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    A saying my son's preschool teacher used comes to mind when reading this thread...

    "You get what you get and you don't throw a fit":rotfl:

    All kidding aside, when you go to a restaurant in your local area, for example, Applebee's, do you ask them if you can have a replacement entree if you do not care for what your originally ordered? My guess is "no". You take a gamble with trying new things, but it will not be Disney's fault if you don't like your meal. If you are really THAT worried about it, I would get rid of the dining plan. Something else you could do would be for a couple of people to decide on two things they might like to try together and then split them up. That way you have more options than just your one individual meal. Good luck with your planning.:thumbsup2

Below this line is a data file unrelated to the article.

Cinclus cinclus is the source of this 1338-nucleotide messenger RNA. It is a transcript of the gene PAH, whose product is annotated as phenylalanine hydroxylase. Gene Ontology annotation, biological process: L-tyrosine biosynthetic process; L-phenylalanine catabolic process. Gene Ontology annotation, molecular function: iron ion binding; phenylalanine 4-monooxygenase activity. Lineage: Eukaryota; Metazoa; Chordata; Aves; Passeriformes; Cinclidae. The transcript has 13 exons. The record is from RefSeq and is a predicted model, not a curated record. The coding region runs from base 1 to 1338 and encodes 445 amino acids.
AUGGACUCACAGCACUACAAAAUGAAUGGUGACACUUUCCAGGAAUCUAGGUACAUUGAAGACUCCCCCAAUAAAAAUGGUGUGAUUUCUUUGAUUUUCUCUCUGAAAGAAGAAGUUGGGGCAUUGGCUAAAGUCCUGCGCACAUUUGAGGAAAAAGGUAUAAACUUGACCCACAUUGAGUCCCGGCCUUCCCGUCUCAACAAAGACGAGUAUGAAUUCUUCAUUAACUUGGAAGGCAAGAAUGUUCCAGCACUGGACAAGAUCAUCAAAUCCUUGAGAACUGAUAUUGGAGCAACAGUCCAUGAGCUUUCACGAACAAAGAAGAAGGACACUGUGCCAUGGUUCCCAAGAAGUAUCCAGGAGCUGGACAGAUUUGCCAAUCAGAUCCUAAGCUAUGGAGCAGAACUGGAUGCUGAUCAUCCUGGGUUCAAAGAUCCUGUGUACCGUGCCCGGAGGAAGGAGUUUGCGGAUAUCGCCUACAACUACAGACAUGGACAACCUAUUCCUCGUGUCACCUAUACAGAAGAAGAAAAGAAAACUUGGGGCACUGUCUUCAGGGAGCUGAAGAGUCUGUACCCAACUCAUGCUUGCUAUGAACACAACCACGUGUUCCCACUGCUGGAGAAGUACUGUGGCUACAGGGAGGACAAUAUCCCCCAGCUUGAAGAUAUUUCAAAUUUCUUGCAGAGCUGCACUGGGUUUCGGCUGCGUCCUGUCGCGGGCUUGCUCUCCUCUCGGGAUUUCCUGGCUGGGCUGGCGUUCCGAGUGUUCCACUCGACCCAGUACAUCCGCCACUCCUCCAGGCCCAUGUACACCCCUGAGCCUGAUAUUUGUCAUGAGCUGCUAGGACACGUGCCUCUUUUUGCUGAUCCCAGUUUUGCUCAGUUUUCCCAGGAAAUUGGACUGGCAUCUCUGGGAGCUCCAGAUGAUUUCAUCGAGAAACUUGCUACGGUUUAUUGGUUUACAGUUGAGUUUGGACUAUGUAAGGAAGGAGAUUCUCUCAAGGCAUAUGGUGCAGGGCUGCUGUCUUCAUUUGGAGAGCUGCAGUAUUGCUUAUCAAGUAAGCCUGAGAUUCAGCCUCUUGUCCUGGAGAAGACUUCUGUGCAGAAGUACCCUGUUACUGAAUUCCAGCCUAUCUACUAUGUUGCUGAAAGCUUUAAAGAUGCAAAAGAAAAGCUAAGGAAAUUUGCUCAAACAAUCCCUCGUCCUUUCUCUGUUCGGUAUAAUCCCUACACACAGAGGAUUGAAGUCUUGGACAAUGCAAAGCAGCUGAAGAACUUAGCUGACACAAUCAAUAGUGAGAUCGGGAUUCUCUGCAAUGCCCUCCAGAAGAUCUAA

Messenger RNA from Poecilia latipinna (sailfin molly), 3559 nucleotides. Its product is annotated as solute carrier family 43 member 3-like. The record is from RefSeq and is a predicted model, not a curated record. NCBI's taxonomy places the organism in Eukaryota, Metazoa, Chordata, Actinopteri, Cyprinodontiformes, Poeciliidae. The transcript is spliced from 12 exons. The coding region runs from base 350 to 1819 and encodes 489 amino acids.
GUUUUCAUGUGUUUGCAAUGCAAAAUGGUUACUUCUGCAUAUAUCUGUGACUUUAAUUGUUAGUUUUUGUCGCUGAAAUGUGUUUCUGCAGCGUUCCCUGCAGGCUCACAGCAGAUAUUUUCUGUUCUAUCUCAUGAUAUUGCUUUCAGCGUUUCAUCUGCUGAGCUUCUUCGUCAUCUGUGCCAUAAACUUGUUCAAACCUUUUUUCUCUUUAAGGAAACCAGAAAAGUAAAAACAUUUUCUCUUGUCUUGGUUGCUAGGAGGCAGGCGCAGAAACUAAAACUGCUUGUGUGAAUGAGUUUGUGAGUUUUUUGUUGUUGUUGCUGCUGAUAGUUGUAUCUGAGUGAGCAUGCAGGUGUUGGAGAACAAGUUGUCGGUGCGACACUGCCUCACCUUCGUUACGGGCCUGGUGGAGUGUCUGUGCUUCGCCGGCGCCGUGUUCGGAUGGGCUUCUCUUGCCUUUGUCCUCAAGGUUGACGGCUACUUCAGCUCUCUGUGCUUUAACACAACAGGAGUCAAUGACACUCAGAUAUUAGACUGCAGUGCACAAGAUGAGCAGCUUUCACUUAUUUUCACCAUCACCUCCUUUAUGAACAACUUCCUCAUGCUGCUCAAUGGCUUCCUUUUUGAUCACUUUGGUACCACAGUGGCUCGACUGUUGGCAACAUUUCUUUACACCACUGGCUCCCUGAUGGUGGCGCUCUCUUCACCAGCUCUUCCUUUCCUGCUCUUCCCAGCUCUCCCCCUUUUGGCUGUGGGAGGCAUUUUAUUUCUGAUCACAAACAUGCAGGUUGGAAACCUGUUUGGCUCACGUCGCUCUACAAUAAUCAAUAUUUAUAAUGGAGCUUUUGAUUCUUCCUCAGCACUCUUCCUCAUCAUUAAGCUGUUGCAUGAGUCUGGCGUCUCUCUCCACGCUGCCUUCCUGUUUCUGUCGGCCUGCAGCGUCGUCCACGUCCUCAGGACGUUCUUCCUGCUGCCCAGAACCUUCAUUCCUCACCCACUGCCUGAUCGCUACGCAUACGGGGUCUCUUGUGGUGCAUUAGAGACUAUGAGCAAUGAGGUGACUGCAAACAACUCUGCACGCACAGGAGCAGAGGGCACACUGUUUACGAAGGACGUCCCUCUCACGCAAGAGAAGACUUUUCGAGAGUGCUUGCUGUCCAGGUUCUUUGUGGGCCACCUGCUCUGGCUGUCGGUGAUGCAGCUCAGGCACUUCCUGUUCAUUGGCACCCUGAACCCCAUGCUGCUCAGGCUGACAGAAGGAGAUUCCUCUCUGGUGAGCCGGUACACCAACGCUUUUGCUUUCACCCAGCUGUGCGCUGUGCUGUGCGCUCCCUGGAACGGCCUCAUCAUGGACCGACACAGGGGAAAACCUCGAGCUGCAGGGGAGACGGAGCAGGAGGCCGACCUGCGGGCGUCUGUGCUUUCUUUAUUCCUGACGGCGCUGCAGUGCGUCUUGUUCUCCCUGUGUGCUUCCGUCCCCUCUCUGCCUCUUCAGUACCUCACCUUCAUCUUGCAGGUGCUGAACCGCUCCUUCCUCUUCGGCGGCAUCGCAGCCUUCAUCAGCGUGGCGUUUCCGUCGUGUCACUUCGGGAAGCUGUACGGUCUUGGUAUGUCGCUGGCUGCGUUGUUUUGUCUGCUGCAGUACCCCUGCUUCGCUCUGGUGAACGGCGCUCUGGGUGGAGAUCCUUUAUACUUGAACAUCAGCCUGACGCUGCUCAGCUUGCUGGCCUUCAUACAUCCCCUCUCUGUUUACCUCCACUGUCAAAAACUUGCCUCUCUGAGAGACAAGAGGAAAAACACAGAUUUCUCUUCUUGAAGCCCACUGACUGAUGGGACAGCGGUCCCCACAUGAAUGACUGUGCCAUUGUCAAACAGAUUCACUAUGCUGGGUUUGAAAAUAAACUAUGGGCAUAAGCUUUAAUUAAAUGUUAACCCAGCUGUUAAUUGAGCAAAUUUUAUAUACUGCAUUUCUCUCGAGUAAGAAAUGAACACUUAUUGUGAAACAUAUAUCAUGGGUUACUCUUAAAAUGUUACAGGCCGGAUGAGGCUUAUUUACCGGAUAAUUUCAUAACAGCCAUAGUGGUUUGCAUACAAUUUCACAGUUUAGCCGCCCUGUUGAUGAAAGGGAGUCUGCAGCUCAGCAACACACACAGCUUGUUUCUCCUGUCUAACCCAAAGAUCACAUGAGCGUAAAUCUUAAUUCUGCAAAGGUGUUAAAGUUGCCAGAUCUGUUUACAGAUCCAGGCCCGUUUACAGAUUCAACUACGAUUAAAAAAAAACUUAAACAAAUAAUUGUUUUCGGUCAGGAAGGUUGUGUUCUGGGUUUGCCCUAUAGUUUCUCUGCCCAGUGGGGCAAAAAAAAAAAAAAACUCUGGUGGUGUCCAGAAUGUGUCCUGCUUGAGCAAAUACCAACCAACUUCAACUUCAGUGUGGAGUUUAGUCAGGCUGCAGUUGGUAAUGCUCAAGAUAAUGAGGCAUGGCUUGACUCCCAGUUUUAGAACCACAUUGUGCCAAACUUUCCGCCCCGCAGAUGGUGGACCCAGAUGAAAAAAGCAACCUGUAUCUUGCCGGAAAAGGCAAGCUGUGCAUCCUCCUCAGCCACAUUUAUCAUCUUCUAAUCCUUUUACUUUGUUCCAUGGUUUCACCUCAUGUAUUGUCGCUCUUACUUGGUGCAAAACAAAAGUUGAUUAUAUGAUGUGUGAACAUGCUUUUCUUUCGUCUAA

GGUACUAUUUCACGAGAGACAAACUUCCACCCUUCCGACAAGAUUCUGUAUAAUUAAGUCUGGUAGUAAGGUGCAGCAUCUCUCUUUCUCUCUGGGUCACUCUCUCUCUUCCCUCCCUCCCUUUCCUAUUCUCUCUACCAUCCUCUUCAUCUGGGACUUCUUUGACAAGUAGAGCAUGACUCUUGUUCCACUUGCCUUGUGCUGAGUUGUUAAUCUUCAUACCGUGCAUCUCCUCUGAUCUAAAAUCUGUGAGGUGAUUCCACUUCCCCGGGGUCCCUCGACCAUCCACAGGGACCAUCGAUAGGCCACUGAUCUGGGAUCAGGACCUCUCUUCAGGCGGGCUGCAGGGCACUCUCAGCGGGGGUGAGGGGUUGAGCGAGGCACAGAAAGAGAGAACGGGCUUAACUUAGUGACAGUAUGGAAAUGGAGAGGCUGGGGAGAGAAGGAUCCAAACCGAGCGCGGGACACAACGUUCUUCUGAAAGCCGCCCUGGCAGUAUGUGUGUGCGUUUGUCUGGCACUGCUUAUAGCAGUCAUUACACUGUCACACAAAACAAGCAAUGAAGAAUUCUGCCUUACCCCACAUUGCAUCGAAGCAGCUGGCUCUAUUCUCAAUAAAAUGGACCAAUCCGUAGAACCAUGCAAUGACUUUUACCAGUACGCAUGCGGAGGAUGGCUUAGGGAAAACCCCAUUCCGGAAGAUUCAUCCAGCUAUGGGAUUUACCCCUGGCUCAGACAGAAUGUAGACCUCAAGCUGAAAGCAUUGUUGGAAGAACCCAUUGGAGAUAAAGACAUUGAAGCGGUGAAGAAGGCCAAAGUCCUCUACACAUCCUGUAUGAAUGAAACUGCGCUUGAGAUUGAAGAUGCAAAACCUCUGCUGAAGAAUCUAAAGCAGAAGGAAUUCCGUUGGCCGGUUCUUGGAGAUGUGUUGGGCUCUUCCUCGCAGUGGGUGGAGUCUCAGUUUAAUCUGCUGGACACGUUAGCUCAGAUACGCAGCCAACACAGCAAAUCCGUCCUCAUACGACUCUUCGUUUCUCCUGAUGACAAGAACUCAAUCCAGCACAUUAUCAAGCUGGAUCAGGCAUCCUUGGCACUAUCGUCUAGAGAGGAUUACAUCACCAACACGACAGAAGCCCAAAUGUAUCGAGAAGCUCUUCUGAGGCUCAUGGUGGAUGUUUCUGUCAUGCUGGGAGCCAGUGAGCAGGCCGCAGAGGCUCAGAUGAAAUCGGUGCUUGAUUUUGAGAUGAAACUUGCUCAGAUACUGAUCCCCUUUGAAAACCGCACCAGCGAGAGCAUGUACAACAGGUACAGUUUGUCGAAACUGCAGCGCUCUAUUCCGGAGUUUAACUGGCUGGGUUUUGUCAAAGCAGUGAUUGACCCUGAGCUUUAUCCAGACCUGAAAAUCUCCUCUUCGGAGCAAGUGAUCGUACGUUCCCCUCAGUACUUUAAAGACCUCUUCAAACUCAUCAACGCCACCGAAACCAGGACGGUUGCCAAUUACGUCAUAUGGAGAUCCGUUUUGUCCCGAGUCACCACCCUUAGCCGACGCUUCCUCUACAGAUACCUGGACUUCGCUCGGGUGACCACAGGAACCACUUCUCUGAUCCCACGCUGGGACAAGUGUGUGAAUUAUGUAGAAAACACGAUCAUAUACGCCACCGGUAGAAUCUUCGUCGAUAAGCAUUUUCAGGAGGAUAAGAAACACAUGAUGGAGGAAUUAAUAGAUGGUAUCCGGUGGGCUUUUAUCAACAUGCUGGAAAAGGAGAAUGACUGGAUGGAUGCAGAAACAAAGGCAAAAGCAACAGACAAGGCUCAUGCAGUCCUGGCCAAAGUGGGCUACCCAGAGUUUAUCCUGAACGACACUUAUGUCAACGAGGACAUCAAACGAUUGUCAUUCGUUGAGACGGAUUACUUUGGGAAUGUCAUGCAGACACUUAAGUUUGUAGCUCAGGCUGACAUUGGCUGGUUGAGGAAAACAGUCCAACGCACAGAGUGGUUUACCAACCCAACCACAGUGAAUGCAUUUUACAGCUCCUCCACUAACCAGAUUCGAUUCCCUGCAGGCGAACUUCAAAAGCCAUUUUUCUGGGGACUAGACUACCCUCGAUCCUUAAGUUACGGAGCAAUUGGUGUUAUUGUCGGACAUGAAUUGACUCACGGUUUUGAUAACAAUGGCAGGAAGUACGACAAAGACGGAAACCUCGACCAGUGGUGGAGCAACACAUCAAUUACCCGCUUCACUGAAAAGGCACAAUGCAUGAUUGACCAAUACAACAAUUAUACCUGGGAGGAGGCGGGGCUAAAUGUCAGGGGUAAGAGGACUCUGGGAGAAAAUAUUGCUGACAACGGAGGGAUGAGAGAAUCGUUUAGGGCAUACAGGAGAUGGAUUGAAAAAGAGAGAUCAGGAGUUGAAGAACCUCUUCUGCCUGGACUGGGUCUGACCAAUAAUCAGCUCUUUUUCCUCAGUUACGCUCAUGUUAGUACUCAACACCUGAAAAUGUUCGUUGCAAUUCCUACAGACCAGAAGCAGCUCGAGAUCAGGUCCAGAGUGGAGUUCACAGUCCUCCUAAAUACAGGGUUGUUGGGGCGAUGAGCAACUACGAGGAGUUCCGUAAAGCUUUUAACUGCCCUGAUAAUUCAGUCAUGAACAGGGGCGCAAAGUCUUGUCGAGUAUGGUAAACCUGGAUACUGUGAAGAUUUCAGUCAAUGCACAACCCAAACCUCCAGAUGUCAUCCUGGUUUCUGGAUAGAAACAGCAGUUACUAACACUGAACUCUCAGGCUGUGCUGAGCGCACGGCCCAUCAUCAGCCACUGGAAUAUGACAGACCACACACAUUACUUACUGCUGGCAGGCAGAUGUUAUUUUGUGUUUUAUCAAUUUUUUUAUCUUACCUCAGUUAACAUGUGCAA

13. MHSweb79

    MHSweb79 DIS Veteran

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    There seems to be a couple of questions here:

    1. Should you complain about food that's poor quality, like a chicken cutlet or piece of steak that's mostly fat or cartilege? Yes - it's OK to send it back and request a new one.

    2. Should you send back a dish because you don't like the preparation, flavoring, spices, side dishes? No - you ordered it, it's not up to the restaurant to keep serving you dishes until you find one you like.

    Disney is really quite good for picky eaters. They'll modify anything they can for you, such as no sauce or sauce on the side, or leaving of seasonings if possible.
     
  14. minnie mum

    minnie mum Unapologetic Disney Fan(atic)

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    Some very good advice from the PPs. Make sure all of your ADRs note the food allergies of the particular guest. Ask for dishes to be served plain. Ask for substitutions where necessary. Be prepared that in some cases your requests cannot be met.

    Read the menus for each restaurant carefully. It is futile and unnecessarily frustrating (for you and the restaurant staff) to try to eat at a place where the menu can't meet your group's requirements. I would never expect any restaurant anywhere to refund my money or table credit simply because I didn't care for the taste of my meal. If something is improperly prepared or the food is 'bad', then you have grounds for complaint.